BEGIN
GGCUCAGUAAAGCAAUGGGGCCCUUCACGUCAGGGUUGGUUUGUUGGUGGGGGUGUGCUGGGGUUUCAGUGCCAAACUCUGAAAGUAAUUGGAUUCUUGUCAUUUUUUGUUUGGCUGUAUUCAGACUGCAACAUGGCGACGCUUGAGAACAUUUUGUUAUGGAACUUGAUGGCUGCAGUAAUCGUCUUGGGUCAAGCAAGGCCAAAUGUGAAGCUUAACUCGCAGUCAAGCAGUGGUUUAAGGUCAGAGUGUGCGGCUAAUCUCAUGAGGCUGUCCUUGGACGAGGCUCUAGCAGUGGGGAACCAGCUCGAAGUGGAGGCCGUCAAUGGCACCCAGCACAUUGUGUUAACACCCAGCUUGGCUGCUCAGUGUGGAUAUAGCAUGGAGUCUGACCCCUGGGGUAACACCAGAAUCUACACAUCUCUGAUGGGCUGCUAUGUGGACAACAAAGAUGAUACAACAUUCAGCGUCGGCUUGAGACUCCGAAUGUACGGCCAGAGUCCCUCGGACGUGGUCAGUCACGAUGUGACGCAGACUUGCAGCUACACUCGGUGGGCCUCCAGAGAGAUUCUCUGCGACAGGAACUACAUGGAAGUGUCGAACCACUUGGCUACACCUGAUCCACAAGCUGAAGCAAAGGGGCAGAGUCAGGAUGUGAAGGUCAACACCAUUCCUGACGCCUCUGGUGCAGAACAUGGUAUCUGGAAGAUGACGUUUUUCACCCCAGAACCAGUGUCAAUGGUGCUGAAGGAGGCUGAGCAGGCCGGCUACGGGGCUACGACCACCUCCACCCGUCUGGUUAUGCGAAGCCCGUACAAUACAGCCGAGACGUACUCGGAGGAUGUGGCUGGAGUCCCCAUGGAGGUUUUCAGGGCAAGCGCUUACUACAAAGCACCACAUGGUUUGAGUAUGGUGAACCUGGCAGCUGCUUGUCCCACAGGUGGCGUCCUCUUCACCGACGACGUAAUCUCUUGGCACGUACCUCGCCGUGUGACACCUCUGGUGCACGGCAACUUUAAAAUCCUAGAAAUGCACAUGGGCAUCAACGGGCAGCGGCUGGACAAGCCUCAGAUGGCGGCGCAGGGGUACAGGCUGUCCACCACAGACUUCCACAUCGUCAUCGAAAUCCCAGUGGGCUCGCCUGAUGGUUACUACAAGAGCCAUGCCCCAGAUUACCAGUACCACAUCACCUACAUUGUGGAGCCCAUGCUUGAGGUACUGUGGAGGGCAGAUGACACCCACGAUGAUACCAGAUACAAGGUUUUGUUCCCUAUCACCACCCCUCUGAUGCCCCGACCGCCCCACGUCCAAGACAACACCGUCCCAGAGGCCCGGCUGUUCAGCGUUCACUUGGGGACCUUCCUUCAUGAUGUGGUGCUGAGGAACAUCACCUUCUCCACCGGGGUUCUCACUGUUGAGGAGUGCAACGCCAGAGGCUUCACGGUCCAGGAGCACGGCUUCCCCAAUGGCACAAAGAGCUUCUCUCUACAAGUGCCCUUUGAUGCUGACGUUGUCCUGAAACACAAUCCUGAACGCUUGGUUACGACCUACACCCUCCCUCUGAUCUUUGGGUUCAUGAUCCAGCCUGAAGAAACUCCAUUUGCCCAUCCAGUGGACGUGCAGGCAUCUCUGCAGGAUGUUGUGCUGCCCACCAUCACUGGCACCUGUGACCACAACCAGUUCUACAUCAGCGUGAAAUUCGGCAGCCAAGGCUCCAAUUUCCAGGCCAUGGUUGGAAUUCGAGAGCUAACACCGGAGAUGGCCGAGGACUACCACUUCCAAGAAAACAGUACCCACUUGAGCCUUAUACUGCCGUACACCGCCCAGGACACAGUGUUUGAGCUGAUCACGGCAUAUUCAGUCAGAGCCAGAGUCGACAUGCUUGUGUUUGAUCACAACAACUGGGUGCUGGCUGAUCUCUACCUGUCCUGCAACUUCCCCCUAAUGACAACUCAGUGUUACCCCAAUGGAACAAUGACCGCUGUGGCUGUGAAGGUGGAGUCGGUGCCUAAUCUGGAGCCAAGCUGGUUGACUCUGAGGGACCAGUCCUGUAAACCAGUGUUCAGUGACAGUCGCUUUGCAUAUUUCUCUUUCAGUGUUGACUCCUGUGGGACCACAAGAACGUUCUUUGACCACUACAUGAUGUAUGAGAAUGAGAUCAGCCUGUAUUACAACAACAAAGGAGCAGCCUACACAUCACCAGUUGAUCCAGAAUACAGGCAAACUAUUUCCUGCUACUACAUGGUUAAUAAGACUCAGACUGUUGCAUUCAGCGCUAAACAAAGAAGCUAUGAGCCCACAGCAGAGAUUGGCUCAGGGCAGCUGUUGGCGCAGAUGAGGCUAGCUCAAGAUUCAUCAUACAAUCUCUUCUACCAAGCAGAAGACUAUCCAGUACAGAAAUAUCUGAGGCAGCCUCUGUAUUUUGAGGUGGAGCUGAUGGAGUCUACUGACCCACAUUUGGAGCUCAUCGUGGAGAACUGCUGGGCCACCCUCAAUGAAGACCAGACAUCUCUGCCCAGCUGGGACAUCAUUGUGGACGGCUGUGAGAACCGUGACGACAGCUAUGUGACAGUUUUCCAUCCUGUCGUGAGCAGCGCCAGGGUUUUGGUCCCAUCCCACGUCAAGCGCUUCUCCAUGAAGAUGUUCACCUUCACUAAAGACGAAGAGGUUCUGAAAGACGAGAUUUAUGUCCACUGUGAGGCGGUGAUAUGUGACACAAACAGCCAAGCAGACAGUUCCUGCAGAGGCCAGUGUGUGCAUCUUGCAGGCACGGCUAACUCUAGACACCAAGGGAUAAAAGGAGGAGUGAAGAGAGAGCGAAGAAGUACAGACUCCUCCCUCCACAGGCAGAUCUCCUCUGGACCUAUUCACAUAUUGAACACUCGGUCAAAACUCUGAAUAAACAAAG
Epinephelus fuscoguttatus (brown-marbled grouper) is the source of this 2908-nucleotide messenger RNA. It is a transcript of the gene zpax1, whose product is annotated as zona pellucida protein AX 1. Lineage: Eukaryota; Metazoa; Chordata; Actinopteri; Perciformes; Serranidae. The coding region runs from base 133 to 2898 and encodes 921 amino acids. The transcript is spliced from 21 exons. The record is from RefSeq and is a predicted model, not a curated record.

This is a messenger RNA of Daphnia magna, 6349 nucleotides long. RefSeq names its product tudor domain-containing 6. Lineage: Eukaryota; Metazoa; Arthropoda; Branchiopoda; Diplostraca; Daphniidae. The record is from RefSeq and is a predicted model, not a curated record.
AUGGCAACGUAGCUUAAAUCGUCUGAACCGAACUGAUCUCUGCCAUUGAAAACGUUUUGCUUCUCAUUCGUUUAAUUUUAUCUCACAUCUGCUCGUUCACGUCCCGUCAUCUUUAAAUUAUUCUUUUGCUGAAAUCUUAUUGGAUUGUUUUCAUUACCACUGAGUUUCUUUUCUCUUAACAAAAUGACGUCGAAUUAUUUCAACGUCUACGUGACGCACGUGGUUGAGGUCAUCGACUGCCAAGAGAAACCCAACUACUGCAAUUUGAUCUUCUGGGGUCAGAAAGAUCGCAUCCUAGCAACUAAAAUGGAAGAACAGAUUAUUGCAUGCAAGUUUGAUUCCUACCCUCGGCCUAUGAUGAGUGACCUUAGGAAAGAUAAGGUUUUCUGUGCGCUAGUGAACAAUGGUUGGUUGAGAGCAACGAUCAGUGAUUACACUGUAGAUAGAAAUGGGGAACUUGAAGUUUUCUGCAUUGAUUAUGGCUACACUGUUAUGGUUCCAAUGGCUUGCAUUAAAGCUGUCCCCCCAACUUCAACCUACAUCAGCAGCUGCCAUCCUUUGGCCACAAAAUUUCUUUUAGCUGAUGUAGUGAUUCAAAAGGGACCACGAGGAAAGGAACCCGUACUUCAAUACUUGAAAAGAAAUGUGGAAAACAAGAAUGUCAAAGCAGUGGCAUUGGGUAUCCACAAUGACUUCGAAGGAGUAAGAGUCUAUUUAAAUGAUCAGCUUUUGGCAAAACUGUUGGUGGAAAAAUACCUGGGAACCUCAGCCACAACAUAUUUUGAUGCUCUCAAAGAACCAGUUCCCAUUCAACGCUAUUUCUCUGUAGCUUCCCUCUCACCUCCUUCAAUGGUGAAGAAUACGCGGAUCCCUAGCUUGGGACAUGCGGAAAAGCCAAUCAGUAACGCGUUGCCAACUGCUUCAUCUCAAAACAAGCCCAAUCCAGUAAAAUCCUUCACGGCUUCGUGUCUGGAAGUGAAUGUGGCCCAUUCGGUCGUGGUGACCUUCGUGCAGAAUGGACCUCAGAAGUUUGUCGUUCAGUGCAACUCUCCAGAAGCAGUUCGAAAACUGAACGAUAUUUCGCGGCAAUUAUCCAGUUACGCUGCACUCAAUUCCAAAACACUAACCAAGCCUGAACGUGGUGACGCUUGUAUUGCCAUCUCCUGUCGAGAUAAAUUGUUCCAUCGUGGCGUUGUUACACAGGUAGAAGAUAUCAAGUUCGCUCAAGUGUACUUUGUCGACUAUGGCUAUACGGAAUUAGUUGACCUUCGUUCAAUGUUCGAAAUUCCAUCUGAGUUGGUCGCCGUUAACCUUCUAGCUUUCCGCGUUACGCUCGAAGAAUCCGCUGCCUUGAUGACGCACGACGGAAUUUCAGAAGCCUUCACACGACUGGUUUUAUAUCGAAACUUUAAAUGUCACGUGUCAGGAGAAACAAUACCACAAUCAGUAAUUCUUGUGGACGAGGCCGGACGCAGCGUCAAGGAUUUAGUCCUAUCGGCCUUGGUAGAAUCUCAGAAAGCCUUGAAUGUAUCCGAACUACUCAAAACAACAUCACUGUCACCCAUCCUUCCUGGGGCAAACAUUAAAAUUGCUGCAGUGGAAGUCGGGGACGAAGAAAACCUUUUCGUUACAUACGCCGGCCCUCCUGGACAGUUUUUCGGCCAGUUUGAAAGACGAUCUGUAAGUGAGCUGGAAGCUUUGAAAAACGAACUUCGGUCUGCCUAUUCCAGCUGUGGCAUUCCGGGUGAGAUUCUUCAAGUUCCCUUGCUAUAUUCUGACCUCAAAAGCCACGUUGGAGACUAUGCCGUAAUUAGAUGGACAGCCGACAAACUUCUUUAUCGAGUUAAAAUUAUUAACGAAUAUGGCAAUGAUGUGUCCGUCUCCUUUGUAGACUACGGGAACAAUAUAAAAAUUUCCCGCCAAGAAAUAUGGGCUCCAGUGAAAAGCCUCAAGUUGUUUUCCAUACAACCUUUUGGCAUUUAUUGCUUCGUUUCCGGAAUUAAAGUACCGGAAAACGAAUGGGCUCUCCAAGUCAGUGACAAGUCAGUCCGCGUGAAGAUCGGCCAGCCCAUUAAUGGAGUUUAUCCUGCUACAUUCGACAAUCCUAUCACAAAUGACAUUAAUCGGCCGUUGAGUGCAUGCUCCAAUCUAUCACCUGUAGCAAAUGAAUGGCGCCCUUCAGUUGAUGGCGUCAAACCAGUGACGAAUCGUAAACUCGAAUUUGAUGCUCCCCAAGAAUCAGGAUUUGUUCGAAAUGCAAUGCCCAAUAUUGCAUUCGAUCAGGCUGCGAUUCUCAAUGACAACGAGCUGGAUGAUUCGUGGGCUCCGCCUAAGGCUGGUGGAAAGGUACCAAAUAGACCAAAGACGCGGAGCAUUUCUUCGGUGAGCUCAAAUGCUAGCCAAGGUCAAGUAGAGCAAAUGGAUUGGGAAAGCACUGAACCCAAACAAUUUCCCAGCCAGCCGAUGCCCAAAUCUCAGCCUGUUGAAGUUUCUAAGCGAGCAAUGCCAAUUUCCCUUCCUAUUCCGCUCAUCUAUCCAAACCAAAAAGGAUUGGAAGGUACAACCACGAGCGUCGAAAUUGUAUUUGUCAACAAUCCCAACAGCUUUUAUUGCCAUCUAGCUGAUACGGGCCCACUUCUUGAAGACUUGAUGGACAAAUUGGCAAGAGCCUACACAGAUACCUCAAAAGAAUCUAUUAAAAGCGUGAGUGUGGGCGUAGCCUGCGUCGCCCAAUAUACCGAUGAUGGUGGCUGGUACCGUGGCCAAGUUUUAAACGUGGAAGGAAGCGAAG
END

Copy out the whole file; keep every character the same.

GGCUCAGUAAAGCAAUGGGGCCCUUCACGUCAGGGUUGGUUUGUUGGUGGGGGUGUGCUGGGGUUUCAGUGCCAAACUCUGAAAGUAAUUGGAUUCUUGUCAUUUUUUGUUUGGCUGUAUUCAGACUGCAACAUGGCGACGCUUGAGAACAUUUUGUUAUGGAACUUGAUGGCUGCAGUAAUCGUCUUGGGUCAAGCAAGGCCAAAUGUGAAGCUUAACUCGCAGUCAAGCAGUGGUUUAAGGUCAGAGUGUGCGGCUAAUCUCAUGAGGCUGUCCUUGGACGAGGCUCUAGCAGUGGGGAACCAGCUCGAAGUGGAGGCCGUCAAUGGCACCCAGCACAUUGUGUUAACACCCAGCUUGGCUGCUCAGUGUGGAUAUAGCAUGGAGUCUGACCCCUGGGGUAACACCAGAAUCUACACAUCUCUGAUGGGCUGCUAUGUGGACAACAAAGAUGAUACAACAUUCAGCGUCGGCUUGAGACUCCGAAUGUACGGCCAGAGUCCCUCGGACGUGGUCAGUCACGAUGUGACGCAGACUUGCAGCUACACUCGGUGGGCCUCCAGAGAGAUUCUCUGCGACAGGAACUACAUGGAAGUGUCGAACCACUUGGCUACACCUGAUCCACAAGCUGAAGCAAAGGGGCAGAGUCAGGAUGUGAAGGUCAACACCAUUCCUGACGCCUCUGGUGCAGAACAUGGUAUCUGGAAGAUGACGUUUUUCACCCCAGAACCAGUGUCAAUGGUGCUGAAGGAGGCUGAGCAGGCCGGCUACGGGGCUACGACCACCUCCACCCGUCUGGUUAUGCGAAGCCCGUACAAUACAGCCGAGACGUACUCGGAGGAUGUGGCUGGAGUCCCCAUGGAGGUUUUCAGGGCAAGCGCUUACUACAAAGCACCACAUGGUUUGAGUAUGGUGAACCUGGCAGCUGCUUGUCCCACAGGUGGCGUCCUCUUCACCGACGACGUAAUCUCUUGGCACGUACCUCGCCGUGUGACACCUCUGGUGCACGGCAACUUUAAAAUCCUAGAAAUGCACAUGGGCAUCAACGGGCAGCGGCUGGACAAGCCUCAGAUGGCGGCGCAGGGGUACAGGCUGUCCACCACAGACUUCCACAUCGUCAUCGAAAUCCCAGUGGGCUCGCCUGAUGGUUACUACAAGAGCCAUGCCCCAGAUUACCAGUACCACAUCACCUACAUUGUGGAGCCCAUGCUUGAGGUACUGUGGAGGGCAGAUGACACCCACGAUGAUACCAGAUACAAGGUUUUGUUCCCUAUCACCACCCCUCUGAUGCCCCGACCGCCCCACGUCCAAGACAACACCGUCCCAGAGGCCCGGCUGUUCAGCGUUCACUUGGGGACCUUCCUUCAUGAUGUGGUGCUGAGGAACAUCACCUUCUCCACCGGGGUUCUCACUGUUGAGGAGUGCAACGCCAGAGGCUUCACGGUCCAGGAGCACGGCUUCCCCAAUGGCACAAAGAGCUUCUCUCUACAAGUGCCCUUUGAUGCUGACGUUGUCCUGAAACACAAUCCUGAACGCUUGGUUACGACCUACACCCUCCCUCUGAUCUUUGGGUUCAUGAUCCAGCCUGAAGAAACUCCAUUUGCCCAUCCAGUGGACGUGCAGGCAUCUCUGCAGGAUGUUGUGCUGCCCACCAUCACUGGCACCUGUGACCACAACCAGUUCUACAUCAGCGUGAAAUUCGGCAGCCAAGGCUCCAAUUUCCAGGCCAUGGUUGGAAUUCGAGAGCUAACACCGGAGAUGGCCGAGGACUACCACUUCCAAGAAAACAGUACCCACUUGAGCCUUAUACUGCCGUACACCGCCCAGGACACAGUGUUUGAGCUGAUCACGGCAUAUUCAGUCAGAGCCAGAGUCGACAUGCUUGUGUUUGAUCACAACAACUGGGUGCUGGCUGAUCUCUACCUGUCCUGCAACUUCCCCCUAAUGACAACUCAGUGUUACCCCAAUGGAACAAUGACCGCUGUGGCUGUGAAGGUGGAGUCGGUGCCUAAUCUGGAGCCAAGCUGGUUGACUCUGAGGGACCAGUCCUGUAAACCAGUGUUCAGUGACAGUCGCUUUGCAUAUUUCUCUUUCAGUGUUGACUCCUGUGGGACCACAAGAACGUUCUUUGACCACUACAUGAUGUAUGAGAAUGAGAUCAGCCUGUAUUACAACAACAAAGGAGCAGCCUACACAUCACCAGUUGAUCCAGAAUACAGGCAAACUAUUUCCUGCUACUACAUGGUUAAUAAGACUCAGACUGUUGCAUUCAGCGCUAAACAAAGAAGCUAUGAGCCCACAGCAGAGAUUGGCUCAGGGCAGCUGUUGGCGCAGAUGAGGCUAGCUCAAGAUUCAUCAUACAAUCUCUUCUACCAAGCAGAAGACUAUCCAGUACAGAAAUAUCUGAGGCAGCCUCUGUAUUUUGAGGUGGAGCUGAUGGAGUCUACUGACCCACAUUUGGAGCUCAUCGUGGAGAACUGCUGGGCCACCCUCAAUGAAGACCAGACAUCUCUGCCCAGCUGGGACAUCAUUGUGGACGGCUGUGAGAACCGUGACGACAGCUAUGUGACAGUUUUCCAUCCUGUCGUGAGCAGCGCCAGGGUUUUGGUCCCAUCCCACGUCAAGCGCUUCUCCAUGAAGAUGUUCACCUUCACUAAAGACGAAGAGGUUCUGAAAGACGAGAUUUAUGUCCACUGUGAGGCGGUGAUAUGUGACACAAACAGCCAAGCAGACAGUUCCUGCAGAGGCCAGUGUGUGCAUCUUGCAGGCACGGCUAACUCUAGACACCAAGGGAUAAAAGGAGGAGUGAAGAGAGAGCGAAGAAGUACAGACUCCUCCCUCCACAGGCAGAUCUCCUCUGGACCUAUUCACAUAUUGAACACUCGGUCAAAACUCUGAAUAAACAAAG
Epinephelus fuscoguttatus (brown-marbled grouper) is the source of this 2908-nucleotide messenger RNA. It is a transcript of the gene zpax1, whose product is annotated as zona pellucida protein AX 1. Lineage: Eukaryota; Metazoa; Chordata; Actinopteri; Perciformes; Serranidae. The coding region runs from base 133 to 2898 and encodes 921 amino acids. The transcript is spliced from 21 exons. The record is from RefSeq and is a predicted model, not a curated record.

This is a messenger RNA of Daphnia magna, 6349 nucleotides long. RefSeq names its product tudor domain-containing 6. Lineage: Eukaryota; Metazoa; Arthropoda; Branchiopoda; Diplostraca; Daphniidae. The record is from RefSeq and is a predicted model, not a curated record.
AUGGCAACGUAGCUUAAAUCGUCUGAACCGAACUGAUCUCUGCCAUUGAAAACGUUUUGCUUCUCAUUCGUUUAAUUUUAUCUCACAUCUGCUCGUUCACGUCCCGUCAUCUUUAAAUUAUUCUUUUGCUGAAAUCUUAUUGGAUUGUUUUCAUUACCACUGAGUUUCUUUUCUCUUAACAAAAUGACGUCGAAUUAUUUCAACGUCUACGUGACGCACGUGGUUGAGGUCAUCGACUGCCAAGAGAAACCCAACUACUGCAAUUUGAUCUUCUGGGGUCAGAAAGAUCGCAUCCUAGCAACUAAAAUGGAAGAACAGAUUAUUGCAUGCAAGUUUGAUUCCUACCCUCGGCCUAUGAUGAGUGACCUUAGGAAAGAUAAGGUUUUCUGUGCGCUAGUGAACAAUGGUUGGUUGAGAGCAACGAUCAGUGAUUACACUGUAGAUAGAAAUGGGGAACUUGAAGUUUUCUGCAUUGAUUAUGGCUACACUGUUAUGGUUCCAAUGGCUUGCAUUAAAGCUGUCCCCCCAACUUCAACCUACAUCAGCAGCUGCCAUCCUUUGGCCACAAAAUUUCUUUUAGCUGAUGUAGUGAUUCAAAAGGGACCACGAGGAAAGGAACCCGUACUUCAAUACUUGAAAAGAAAUGUGGAAAACAAGAAUGUCAAAGCAGUGGCAUUGGGUAUCCACAAUGACUUCGAAGGAGUAAGAGUCUAUUUAAAUGAUCAGCUUUUGGCAAAACUGUUGGUGGAAAAAUACCUGGGAACCUCAGCCACAACAUAUUUUGAUGCUCUCAAAGAACCAGUUCCCAUUCAACGCUAUUUCUCUGUAGCUUCCCUCUCACCUCCUUCAAUGGUGAAGAAUACGCGGAUCCCUAGCUUGGGACAUGCGGAAAAGCCAAUCAGUAACGCGUUGCCAACUGCUUCAUCUCAAAACAAGCCCAAUCCAGUAAAAUCCUUCACGGCUUCGUGUCUGGAAGUGAAUGUGGCCCAUUCGGUCGUGGUGACCUUCGUGCAGAAUGGACCUCAGAAGUUUGUCGUUCAGUGCAACUCUCCAGAAGCAGUUCGAAAACUGAACGAUAUUUCGCGGCAAUUAUCCAGUUACGCUGCACUCAAUUCCAAAACACUAACCAAGCCUGAACGUGGUGACGCUUGUAUUGCCAUCUCCUGUCGAGAUAAAUUGUUCCAUCGUGGCGUUGUUACACAGGUAGAAGAUAUCAAGUUCGCUCAAGUGUACUUUGUCGACUAUGGCUAUACGGAAUUAGUUGACCUUCGUUCAAUGUUCGAAAUUCCAUCUGAGUUGGUCGCCGUUAACCUUCUAGCUUUCCGCGUUACGCUCGAAGAAUCCGCUGCCUUGAUGACGCACGACGGAAUUUCAGAAGCCUUCACACGACUGGUUUUAUAUCGAAACUUUAAAUGUCACGUGUCAGGAGAAACAAUACCACAAUCAGUAAUUCUUGUGGACGAGGCCGGACGCAGCGUCAAGGAUUUAGUCCUAUCGGCCUUGGUAGAAUCUCAGAAAGCCUUGAAUGUAUCCGAACUACUCAAAACAACAUCACUGUCACCCAUCCUUCCUGGGGCAAACAUUAAAAUUGCUGCAGUGGAAGUCGGGGACGAAGAAAACCUUUUCGUUACAUACGCCGGCCCUCCUGGACAGUUUUUCGGCCAGUUUGAAAGACGAUCUGUAAGUGAGCUGGAAGCUUUGAAAAACGAACUUCGGUCUGCCUAUUCCAGCUGUGGCAUUCCGGGUGAGAUUCUUCAAGUUCCCUUGCUAUAUUCUGACCUCAAAAGCCACGUUGGAGACUAUGCCGUAAUUAGAUGGACAGCCGACAAACUUCUUUAUCGAGUUAAAAUUAUUAACGAAUAUGGCAAUGAUGUGUCCGUCUCCUUUGUAGACUACGGGAACAAUAUAAAAAUUUCCCGCCAAGAAAUAUGGGCUCCAGUGAAAAGCCUCAAGUUGUUUUCCAUACAACCUUUUGGCAUUUAUUGCUUCGUUUCCGGAAUUAAAGUACCGGAAAACGAAUGGGCUCUCCAAGUCAGUGACAAGUCAGUCCGCGUGAAGAUCGGCCAGCCCAUUAAUGGAGUUUAUCCUGCUACAUUCGACAAUCCUAUCACAAAUGACAUUAAUCGGCCGUUGAGUGCAUGCUCCAAUCUAUCACCUGUAGCAAAUGAAUGGCGCCCUUCAGUUGAUGGCGUCAAACCAGUGACGAAUCGUAAACUCGAAUUUGAUGCUCCCCAAGAAUCAGGAUUUGUUCGAAAUGCAAUGCCCAAUAUUGCAUUCGAUCAGGCUGCGAUUCUCAAUGACAACGAGCUGGAUGAUUCGUGGGCUCCGCCUAAGGCUGGUGGAAAGGUACCAAAUAGACCAAAGACGCGGAGCAUUUCUUCGGUGAGCUCAAAUGCUAGCCAAGGUCAAGUAGAGCAAAUGGAUUGGGAAAGCACUGAACCCAAACAAUUUCCCAGCCAGCCGAUGCCCAAAUCUCAGCCUGUUGAAGUUUCUAAGCGAGCAAUGCCAAUUUCCCUUCCUAUUCCGCUCAUCUAUCCAAACCAAAAAGGAUUGGAAGGUACAACCACGAGCGUCGAAAUUGUAUUUGUCAACAAUCCCAACAGCUUUUAUUGCCAUCUAGCUGAUACGGGCCCACUUCUUGAAGACUUGAUGGACAAAUUGGCAAGAGCCUACACAGAUACCUCAAAAGAAUCUAUUAAAAGCGUGAGUGUGGGCGUAGCCUGCGUCGCCCAAUAUACCGAUGAUGGUGGCUGGUACCGUGGCCAAGUUUUAAACGUGGAAGGAAGCGAAG